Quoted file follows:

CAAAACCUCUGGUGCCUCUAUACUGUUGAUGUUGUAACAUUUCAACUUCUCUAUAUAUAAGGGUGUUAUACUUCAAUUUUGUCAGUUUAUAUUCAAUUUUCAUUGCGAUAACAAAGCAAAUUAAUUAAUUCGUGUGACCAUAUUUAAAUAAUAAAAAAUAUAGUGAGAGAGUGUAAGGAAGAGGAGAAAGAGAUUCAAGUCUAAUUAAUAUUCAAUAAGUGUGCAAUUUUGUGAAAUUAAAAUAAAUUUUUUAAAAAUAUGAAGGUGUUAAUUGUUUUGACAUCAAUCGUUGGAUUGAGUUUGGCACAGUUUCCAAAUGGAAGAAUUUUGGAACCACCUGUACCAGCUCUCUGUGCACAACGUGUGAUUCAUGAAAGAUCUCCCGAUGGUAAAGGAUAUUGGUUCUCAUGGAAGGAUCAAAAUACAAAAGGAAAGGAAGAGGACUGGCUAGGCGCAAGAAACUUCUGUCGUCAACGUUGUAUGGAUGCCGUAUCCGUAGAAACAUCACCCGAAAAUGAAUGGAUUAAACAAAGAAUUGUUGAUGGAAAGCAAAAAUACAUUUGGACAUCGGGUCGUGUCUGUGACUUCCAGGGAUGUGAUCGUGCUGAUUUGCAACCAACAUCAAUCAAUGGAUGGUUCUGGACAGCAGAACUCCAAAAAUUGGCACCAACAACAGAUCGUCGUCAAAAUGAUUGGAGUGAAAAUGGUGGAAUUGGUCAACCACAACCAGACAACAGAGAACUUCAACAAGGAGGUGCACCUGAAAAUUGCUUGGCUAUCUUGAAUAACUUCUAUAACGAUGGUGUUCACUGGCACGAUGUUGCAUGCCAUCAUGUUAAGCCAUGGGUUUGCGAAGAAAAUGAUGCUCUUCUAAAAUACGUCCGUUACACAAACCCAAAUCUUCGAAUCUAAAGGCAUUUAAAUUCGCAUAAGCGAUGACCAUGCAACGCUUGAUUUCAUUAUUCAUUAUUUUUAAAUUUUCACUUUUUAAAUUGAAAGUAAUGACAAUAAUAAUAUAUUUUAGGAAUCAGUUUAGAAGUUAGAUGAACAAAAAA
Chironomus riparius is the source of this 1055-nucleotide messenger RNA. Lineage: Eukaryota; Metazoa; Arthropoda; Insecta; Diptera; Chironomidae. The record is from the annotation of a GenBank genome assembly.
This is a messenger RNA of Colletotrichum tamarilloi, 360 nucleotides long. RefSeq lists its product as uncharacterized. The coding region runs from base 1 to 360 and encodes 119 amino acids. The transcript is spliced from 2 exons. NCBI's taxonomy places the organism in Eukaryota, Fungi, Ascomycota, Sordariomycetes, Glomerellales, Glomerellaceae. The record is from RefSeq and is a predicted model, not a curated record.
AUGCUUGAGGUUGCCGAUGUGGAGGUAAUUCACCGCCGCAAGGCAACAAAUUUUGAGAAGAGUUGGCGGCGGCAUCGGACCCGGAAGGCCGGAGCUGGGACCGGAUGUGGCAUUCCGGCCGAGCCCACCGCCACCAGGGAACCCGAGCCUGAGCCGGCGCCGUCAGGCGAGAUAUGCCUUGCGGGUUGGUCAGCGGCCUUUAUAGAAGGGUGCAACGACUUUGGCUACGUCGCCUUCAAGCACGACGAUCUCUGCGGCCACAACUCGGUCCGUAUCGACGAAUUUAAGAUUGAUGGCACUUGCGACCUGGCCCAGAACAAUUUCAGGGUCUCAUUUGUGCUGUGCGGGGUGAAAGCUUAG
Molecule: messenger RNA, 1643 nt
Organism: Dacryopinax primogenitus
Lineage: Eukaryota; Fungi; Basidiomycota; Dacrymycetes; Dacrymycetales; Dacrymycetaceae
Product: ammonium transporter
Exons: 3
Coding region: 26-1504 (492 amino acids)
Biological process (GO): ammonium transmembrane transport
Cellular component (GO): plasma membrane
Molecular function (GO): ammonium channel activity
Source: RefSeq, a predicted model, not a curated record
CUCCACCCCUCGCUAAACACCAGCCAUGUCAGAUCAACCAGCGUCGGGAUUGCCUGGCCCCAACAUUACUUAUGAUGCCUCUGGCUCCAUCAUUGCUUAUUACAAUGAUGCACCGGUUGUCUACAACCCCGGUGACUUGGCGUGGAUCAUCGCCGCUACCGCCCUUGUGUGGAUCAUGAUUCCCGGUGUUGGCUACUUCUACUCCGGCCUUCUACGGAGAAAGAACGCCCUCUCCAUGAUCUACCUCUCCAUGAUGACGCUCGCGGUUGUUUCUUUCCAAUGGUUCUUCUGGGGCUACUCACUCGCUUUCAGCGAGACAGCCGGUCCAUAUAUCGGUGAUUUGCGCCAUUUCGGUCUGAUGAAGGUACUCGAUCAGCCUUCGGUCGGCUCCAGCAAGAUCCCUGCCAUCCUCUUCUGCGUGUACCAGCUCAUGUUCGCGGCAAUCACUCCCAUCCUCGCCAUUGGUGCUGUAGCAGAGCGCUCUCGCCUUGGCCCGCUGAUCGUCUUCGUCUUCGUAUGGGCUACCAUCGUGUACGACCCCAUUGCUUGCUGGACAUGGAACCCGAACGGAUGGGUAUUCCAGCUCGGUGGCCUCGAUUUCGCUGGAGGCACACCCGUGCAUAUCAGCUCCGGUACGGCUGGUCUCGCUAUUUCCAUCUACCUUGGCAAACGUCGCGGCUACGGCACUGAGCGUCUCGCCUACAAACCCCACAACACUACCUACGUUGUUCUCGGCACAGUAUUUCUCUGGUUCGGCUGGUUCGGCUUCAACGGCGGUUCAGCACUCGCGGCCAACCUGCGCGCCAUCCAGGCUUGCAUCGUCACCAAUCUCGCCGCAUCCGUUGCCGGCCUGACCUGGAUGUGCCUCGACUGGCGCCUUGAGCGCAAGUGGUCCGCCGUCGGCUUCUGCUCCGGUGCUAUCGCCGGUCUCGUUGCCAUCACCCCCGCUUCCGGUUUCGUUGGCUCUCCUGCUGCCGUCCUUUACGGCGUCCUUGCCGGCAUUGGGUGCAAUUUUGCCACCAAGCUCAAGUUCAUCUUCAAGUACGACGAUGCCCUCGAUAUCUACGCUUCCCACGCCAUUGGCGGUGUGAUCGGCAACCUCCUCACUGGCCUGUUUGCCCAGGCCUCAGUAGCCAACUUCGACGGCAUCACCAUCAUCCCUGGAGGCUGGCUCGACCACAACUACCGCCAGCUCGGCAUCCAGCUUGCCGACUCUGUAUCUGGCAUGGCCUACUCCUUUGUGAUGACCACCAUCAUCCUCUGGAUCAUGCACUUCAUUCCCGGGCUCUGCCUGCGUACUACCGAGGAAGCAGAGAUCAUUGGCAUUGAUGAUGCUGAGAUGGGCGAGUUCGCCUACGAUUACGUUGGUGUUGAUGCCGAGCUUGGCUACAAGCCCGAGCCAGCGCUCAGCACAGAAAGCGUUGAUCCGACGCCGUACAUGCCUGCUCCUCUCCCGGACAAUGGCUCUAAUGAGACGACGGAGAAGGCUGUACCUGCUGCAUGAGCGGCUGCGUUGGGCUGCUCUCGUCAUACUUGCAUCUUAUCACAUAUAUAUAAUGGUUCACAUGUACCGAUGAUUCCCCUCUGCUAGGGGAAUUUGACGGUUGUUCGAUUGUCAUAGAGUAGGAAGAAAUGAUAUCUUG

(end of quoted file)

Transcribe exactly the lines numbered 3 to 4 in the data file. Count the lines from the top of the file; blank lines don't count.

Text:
This is a messenger RNA of Colletotrichum tamarilloi, 360 nucleotides long. RefSeq lists its product as uncharacterized. The coding region runs from base 1 to 360 and encodes 119 amino acids. The transcript is spliced from 2 exons. NCBI's taxonomy places the organism in Eukaryota, Fungi, Ascomycota, Sordariomycetes, Glomerellales, Glomerellaceae. The record is from RefSeq and is a predicted model, not a curated record.
AUGCUUGAGGUUGCCGAUGUGGAGGUAAUUCACCGCCGCAAGGCAACAAAUUUUGAGAAGAGUUGGCGGCGGCAUCGGACCCGGAAGGCCGGAGCUGGGACCGGAUGUGGCAUUCCGGCCGAGCCCACCGCCACCAGGGAACCCGAGCCUGAGCCGGCGCCGUCAGGCGAGAUAUGCCUUGCGGGUUGGUCAGCGGCCUUUAUAGAAGGGUGCAACGACUUUGGCUACGUCGCCUUCAAGCACGACGAUCUCUGCGGCCACAACUCGGUCCGUAUCGACGAAUUUAAGAUUGAUGGCACUUGCGACCUGGCCCAGAACAAUUUCAGGGUCUCAUUUGUGCUGUGCGGGGUGAAAGCUUAG